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Pastoral Exhortation - Series of 2010

Biblical Advice For Cultivating Good Friendships

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Good friendship is very vital in life. The Scripture sanctions and encourages good friendships. The book of Proverbs, in particular, provides some valuable advice on friendship. Godly friendship can be an inspiration in life. It can cheer us to great and wonderful experiences and achievements.

But cultivating and maintaining a good friendship is not easy. It can be easily destroyed if you take it lightly. Godly vigilance and efforts are required. I would like to share with you some biblical advice from Proverbs to help you cultivate and strengthen good friendships.

Be pure in heart

According to Proverbs 22:11, purity of heart is crucial in cultivating friendships. “He that loveth pureness of heart, for the grace of his lips the king shall be his friend.” The Hebrew word for “pure” (tahor) is used in the Old Testament almost exclusively for sacrificial and moral purity. This word occurs many times in Exodus and Leviticus with reference to the tabernacle and sacrifices. In all those rituals, the purity which was required by God was not just external appearance but the inward attitude. This is exactly what we see in this verse too – “pureness of heart”. Our inner motives in all our dealings with people must be pure, and if it is so, God will bless us with honourable friendships.

While we interact with our friends we must not allow our hearts to cherish any deceitful, angry, violent, unforgiving, greedy, jealous, selfish or lustful thoughts towards them. These thoughts would not only result in quarrels and destruction of friendships; impure thoughts and actions will soon make us appear like those who are unworthy of others' honour, respect and support.

Be gracious in your speech

This is yet another important counsel that Proverbs gives us to help us to strengthen our bonds with our friends. This is found in the second part of Proverbs 22:11. It says, “for the grace of his lips the king shall be his friend.”

The kind of graciousness (hen) in this verse is the kindness of a superior shown toward his inferior, who has no real claim for gracious treatment. In other words, even when we are right and the other is wrong we must be gracious enough in our words to win the person and to prove to him that you are a friend who wishes the best for him.

In every human relationship, there will be offences and hurts. Unless we are ready to forgive one another, we can never grow stronger in any friendly relationship. We must deal graciously with those who wronged us, and with meekness.

Galatians 6:1, speaks about our attitude toward those who have fallen into sin or offences - “Brethren, if a man be overtaken in a fault, ye which are spiritual, restore such an one in the spirit of meekness; considering thyself, lest thou also be tempted.”

But this can’t be achieved without pureness of heart or graciousness of speech. Remember the order of the counsels in Proverbs 22:1. First, pureness of heart, and then graciousness of speech. This truth is repeated in Proverbs 15:26 – “The thoughts of the wicked are an abomination to the LORD: but the words of the pure are pleasant words.” Once your motives are pure and your words express graciousness, even the king will desire to be your friend. So watch how you speak with friends. Most people are careless about their conversation with close friends. This can lead to rude and hurting words. Remember that impure thoughts of lust, anger, etc. can also lead to unpleasant conversation, which destroy many years of friendship. It is important therefore to examine your heart before you speak your mind. If there is any ungodly attitude, you better overcome those thoughts, and pray for grace to speak graciously.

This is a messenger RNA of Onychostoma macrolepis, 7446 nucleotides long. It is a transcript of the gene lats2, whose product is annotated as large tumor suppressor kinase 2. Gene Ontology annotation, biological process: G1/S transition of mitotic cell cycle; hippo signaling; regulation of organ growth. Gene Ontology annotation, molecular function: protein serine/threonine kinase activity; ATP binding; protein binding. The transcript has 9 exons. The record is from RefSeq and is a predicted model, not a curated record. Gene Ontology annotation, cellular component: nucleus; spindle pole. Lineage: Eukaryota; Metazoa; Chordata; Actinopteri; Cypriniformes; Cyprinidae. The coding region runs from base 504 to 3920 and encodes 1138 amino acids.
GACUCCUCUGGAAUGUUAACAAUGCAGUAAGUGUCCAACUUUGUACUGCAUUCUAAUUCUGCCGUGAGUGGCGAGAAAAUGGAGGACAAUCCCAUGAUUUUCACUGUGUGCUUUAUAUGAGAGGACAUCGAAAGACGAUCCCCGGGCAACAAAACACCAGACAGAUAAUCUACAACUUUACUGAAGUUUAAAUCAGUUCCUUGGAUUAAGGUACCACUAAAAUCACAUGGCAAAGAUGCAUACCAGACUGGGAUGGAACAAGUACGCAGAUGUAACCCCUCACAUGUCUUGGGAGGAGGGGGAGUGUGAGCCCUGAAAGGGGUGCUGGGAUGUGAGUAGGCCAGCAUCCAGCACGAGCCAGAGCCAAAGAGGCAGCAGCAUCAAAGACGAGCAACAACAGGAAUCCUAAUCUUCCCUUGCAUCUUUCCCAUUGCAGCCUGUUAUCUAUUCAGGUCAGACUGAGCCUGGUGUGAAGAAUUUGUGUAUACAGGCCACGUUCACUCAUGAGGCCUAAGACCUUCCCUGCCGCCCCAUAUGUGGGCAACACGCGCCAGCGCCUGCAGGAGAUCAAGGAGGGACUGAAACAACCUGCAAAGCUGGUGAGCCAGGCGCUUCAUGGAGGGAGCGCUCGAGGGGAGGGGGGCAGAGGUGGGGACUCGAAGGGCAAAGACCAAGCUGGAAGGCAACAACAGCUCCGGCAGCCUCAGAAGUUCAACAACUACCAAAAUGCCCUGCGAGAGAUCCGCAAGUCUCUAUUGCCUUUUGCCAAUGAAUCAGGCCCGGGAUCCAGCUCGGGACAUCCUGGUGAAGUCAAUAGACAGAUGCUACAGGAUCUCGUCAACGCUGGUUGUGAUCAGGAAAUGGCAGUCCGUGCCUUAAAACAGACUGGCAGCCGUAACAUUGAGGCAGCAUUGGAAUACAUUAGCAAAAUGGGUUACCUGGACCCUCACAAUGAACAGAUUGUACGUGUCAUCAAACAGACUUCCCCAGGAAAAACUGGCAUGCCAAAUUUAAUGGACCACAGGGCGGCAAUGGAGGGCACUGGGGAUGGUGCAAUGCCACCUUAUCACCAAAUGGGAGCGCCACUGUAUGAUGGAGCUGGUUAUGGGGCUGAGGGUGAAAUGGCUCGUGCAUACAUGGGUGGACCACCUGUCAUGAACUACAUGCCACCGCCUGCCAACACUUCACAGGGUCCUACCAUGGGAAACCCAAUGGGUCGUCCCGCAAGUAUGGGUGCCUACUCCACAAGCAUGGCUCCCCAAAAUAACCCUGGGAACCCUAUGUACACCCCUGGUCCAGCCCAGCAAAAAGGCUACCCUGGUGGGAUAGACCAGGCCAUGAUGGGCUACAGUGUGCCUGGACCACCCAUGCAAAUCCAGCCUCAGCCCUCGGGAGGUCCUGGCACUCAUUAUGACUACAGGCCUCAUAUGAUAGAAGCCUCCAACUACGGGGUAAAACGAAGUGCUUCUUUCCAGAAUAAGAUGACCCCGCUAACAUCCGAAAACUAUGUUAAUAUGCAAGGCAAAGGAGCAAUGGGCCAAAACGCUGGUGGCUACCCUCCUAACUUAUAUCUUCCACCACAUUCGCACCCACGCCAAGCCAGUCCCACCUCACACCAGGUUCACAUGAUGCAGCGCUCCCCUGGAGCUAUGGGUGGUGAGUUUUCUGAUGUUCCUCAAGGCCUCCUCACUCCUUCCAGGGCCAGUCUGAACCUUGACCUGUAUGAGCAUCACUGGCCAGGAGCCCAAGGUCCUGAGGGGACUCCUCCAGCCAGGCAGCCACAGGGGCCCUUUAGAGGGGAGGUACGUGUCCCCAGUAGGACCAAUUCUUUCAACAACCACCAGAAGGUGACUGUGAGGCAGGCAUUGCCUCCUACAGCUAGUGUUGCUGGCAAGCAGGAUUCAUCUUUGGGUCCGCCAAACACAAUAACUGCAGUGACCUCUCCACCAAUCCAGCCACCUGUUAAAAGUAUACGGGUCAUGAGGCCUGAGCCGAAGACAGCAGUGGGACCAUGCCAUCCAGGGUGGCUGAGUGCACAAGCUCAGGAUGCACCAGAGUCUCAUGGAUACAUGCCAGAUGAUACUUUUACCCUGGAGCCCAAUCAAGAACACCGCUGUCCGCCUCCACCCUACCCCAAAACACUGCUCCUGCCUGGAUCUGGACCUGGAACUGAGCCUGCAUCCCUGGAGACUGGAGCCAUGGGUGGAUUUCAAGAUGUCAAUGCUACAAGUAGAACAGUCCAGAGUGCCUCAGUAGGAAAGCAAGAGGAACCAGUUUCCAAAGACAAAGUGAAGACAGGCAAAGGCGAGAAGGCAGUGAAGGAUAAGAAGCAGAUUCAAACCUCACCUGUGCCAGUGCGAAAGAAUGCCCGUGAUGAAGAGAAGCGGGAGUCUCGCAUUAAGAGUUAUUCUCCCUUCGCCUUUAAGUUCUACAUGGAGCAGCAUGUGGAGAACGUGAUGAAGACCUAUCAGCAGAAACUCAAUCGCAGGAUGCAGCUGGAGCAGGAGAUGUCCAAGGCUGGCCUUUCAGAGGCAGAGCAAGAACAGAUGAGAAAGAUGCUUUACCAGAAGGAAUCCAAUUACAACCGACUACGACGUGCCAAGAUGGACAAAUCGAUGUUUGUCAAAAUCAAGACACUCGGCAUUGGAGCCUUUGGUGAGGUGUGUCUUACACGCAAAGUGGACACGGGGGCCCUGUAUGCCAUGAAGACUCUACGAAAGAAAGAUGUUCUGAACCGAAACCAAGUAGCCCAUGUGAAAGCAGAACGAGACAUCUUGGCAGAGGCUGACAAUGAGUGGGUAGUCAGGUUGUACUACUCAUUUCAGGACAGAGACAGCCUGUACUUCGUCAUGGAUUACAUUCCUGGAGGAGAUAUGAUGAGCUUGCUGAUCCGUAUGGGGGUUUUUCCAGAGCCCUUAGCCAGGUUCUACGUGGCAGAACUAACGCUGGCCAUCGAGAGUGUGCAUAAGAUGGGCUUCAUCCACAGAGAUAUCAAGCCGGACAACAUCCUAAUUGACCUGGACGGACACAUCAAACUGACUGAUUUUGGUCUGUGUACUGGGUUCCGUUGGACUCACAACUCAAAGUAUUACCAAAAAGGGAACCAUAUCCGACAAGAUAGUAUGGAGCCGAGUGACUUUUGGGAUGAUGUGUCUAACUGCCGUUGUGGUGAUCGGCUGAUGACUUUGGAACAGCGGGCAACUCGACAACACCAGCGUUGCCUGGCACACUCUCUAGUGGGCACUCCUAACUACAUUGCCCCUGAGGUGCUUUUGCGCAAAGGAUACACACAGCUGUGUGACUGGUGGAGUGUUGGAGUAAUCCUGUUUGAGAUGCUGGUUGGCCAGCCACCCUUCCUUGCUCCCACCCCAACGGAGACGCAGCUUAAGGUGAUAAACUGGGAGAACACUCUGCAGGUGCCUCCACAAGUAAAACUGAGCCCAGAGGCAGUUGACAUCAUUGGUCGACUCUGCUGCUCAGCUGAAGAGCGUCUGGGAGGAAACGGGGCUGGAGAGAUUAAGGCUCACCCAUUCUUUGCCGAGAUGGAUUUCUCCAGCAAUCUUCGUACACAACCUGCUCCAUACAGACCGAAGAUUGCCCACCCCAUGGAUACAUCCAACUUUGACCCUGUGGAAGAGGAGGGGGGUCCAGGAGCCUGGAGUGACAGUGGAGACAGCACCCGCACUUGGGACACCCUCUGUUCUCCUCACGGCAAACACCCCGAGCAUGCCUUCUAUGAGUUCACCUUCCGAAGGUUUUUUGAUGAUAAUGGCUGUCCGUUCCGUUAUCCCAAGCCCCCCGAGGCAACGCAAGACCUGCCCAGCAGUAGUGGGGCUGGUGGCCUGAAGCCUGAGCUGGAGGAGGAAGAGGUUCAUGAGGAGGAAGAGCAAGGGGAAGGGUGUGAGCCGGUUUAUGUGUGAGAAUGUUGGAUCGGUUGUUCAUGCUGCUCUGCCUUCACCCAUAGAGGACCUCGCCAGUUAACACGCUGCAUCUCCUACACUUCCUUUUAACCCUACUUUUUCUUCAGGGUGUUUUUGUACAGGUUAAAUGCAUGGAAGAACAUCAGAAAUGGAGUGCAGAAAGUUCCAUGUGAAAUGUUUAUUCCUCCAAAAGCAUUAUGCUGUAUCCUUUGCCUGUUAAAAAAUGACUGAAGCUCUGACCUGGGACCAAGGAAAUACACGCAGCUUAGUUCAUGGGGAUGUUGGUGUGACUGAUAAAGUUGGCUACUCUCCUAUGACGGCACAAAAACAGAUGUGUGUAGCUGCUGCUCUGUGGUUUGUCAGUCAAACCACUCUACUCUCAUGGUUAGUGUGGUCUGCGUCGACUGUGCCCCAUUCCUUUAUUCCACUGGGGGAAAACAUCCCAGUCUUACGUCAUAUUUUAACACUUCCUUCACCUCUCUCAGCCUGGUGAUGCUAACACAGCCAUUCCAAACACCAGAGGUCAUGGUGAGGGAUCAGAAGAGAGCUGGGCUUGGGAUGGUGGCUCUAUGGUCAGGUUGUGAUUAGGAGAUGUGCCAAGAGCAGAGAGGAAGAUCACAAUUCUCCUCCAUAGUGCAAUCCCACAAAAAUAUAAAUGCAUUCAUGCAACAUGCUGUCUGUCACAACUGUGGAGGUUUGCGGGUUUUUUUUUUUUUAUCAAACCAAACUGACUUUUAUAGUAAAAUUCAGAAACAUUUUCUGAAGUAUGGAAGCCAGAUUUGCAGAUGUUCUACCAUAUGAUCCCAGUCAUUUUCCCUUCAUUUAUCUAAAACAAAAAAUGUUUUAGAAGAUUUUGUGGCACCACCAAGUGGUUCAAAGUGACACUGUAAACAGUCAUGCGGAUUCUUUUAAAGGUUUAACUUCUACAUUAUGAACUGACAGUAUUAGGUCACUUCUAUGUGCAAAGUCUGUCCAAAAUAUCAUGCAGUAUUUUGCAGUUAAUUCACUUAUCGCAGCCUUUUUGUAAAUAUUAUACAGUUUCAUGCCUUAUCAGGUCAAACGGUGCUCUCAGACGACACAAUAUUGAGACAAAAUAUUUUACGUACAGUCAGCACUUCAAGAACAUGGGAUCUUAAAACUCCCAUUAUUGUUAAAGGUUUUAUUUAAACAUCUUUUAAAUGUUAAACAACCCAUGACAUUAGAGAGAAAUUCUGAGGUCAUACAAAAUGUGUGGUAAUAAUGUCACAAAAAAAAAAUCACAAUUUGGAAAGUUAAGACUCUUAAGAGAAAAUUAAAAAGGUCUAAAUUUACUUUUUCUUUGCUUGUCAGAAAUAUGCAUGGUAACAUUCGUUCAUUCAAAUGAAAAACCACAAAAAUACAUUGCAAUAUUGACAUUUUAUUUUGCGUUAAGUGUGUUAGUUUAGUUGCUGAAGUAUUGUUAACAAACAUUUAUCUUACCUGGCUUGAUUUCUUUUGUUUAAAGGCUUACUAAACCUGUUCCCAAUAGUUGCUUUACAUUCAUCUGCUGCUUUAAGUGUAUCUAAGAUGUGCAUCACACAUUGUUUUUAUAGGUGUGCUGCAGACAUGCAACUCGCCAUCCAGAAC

Be wise to accept criticism

Proverbs 27:6 says, “Faithful are the wounds of a friend; but the kisses of an enemy are deceitful.” Here, a friend is placed against an enemy; wound against kiss, faithful ones against deceptive ones. We must not think ‘kisses’ or pleasant tokens of love are the only experiences that can come from a loving friend. In fact, a kiss or expression of love can also come from an enemy, and wounds from a friend. Most of us would easily accept the kisses and reject the wounds without considering the actual nature of the source.

Proverbs repeatedly says that a wise man would accept criticism, correction and instruction (cf. Proverbs 8:33; 9:8b-9; 12:15; 19:20). It is very foolish to reject a friend who corrects us.

Be a wise counsellor

Proverbs 27:9 says, “Iron sharpeneth iron; so a man sharpeneth the countenance of his friend.” A good friend will give apt counsels to the other, which will ultimately bring joy like perfume and incense which bring joy to the heart (c.f. I Sam 23:16).

In fact, Proverbs 27:17 suggests that friends engage in mutual criticism. The image in this verse is striking; as knives are sharpened by other tools of steel, so friends can sharpen one another by the exchange of ideas, and constructive criticism.

There are friends who praise us all the time, and pay no attention to correct us when we are wrong. Such flattering is not beneficial to us, in fact it would lead us to great dangers. A warning against flattery is found in Proverbs 29:5 – “A man that flattereth his neighbour spreadeth a net for his feet.” (c.f. 27:14). A true friend must be willing to rebuke when it is necessary.

Conclusion

There is no fast and easy way to good friendship. As Christians, we must desire to have friends who would help us in our walk with God. Likewise, we ourselves must be an encouragement and help to their pursuit of godliness. Let us never be a distraction or hindrance to our friends’ spiritual progress. So pray for one another.

Pastoral Exhortation